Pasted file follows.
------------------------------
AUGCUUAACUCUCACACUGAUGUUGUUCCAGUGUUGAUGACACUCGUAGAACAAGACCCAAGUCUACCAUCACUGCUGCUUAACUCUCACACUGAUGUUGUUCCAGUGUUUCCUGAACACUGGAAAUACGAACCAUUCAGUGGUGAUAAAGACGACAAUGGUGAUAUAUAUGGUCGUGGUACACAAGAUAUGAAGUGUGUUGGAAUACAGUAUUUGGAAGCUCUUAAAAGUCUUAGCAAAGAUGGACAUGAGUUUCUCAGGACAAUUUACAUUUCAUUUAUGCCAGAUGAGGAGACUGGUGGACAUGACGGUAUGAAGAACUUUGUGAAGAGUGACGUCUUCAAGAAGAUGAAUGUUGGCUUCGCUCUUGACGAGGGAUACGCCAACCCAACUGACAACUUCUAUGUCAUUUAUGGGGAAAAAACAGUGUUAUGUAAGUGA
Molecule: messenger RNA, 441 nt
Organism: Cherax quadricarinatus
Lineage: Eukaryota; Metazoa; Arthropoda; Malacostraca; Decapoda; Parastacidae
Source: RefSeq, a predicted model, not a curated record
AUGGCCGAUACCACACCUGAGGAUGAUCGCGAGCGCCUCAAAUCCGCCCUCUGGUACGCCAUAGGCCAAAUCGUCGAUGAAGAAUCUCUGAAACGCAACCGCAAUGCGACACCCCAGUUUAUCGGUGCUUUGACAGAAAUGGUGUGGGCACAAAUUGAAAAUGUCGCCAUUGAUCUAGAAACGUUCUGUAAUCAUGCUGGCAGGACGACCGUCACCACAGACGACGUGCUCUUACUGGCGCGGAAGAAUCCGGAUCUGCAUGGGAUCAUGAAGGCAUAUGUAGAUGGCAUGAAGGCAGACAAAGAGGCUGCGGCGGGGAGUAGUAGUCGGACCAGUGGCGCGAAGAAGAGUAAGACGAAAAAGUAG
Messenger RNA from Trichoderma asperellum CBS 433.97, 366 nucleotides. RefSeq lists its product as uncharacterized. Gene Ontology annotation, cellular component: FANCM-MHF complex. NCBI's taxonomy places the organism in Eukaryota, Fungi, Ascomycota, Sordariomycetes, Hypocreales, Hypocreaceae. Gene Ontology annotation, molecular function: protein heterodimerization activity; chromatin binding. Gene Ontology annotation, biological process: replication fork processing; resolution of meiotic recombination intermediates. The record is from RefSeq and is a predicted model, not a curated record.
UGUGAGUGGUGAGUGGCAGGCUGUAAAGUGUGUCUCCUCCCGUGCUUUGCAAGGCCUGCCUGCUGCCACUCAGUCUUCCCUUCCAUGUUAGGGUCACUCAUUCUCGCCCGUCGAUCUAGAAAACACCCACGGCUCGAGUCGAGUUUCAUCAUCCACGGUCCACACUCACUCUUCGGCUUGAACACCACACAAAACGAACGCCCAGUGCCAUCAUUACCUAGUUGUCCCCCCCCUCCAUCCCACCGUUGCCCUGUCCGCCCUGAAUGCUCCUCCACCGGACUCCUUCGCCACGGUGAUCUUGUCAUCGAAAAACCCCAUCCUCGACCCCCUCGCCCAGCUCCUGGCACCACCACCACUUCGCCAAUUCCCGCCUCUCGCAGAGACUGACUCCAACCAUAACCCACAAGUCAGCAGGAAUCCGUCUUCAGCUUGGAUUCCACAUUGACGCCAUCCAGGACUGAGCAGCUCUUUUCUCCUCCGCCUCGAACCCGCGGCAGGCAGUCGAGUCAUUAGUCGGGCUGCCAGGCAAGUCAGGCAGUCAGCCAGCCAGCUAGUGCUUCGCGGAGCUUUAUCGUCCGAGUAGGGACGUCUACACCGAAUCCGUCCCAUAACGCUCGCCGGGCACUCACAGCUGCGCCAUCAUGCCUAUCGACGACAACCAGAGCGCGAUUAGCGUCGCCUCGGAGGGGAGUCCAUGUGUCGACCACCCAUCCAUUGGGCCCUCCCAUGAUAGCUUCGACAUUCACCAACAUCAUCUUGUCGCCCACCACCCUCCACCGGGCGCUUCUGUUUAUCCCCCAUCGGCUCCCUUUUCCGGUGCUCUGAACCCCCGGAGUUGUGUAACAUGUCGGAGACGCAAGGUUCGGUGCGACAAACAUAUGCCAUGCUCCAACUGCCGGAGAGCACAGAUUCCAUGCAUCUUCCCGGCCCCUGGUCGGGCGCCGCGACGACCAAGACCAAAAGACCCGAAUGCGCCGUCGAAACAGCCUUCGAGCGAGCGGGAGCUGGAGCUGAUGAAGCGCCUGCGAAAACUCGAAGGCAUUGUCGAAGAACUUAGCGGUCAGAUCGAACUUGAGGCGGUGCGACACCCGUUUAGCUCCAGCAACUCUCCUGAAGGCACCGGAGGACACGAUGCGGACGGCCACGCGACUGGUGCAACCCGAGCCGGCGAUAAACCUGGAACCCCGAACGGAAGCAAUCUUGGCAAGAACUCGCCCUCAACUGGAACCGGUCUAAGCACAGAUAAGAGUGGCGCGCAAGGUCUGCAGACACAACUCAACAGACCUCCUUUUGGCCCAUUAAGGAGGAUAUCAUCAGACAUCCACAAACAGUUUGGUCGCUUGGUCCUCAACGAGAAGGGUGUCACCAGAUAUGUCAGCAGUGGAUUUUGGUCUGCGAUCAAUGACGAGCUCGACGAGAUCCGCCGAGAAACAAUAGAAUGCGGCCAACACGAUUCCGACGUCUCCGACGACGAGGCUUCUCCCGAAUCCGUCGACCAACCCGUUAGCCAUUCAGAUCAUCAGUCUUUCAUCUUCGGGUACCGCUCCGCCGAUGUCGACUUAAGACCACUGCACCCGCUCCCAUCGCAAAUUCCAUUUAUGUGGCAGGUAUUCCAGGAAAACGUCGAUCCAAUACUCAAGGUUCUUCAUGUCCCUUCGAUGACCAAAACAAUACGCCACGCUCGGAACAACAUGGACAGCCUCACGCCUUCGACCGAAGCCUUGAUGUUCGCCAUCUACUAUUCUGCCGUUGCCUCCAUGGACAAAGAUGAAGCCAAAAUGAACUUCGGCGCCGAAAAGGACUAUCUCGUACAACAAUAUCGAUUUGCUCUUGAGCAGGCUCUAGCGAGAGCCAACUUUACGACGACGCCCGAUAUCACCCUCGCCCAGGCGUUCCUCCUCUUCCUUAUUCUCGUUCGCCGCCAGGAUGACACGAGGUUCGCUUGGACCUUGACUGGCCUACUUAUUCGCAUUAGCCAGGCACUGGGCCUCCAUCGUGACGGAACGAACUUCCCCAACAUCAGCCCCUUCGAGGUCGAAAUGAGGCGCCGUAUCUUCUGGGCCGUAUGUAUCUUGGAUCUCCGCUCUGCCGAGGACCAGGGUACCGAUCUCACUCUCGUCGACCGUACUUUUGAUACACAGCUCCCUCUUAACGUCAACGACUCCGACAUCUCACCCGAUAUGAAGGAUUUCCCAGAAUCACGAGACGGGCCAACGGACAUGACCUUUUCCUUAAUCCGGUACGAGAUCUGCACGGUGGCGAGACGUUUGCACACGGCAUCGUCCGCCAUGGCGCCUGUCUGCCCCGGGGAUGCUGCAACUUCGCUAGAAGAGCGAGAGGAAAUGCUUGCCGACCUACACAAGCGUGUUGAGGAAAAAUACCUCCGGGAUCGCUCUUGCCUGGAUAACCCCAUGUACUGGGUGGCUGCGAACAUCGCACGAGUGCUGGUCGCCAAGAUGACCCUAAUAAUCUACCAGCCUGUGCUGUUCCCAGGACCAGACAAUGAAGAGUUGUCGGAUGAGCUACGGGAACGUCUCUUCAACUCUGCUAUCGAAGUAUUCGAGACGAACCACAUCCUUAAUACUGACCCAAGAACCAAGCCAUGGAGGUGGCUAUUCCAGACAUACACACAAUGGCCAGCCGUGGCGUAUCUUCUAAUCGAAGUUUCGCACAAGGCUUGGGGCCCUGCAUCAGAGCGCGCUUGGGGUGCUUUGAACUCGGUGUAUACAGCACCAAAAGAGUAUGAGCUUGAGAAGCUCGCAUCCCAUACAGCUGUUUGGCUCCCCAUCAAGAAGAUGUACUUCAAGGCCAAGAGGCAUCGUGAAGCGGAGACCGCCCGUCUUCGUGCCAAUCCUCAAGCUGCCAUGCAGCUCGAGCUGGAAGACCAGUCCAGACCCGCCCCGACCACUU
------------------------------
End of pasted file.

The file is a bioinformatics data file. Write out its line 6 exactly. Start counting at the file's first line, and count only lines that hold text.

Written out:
AUGGCCGAUACCACACCUGAGGAUGAUCGCGAGCGCCUCAAAUCCGCCCUCUGGUACGCCAUAGGCCAAAUCGUCGAUGAAGAAUCUCUGAAACGCAACCGCAAUGCGACACCCCAGUUUAUCGGUGCUUUGACAGAAAUGGUGUGGGCACAAAUUGAAAAUGUCGCCAUUGAUCUAGAAACGUUCUGUAAUCAUGCUGGCAGGACGACCGUCACCACAGACGACGUGCUCUUACUGGCGCGGAAGAAUCCGGAUCUGCAUGGGAUCAUGAAGGCAUAUGUAGAUGGCAUGAAGGCAGACAAAGAGGCUGCGGCGGGGAGUAGUAGUCGGACCAGUGGCGCGAAGAAGAGUAAGACGAAAAAGUAG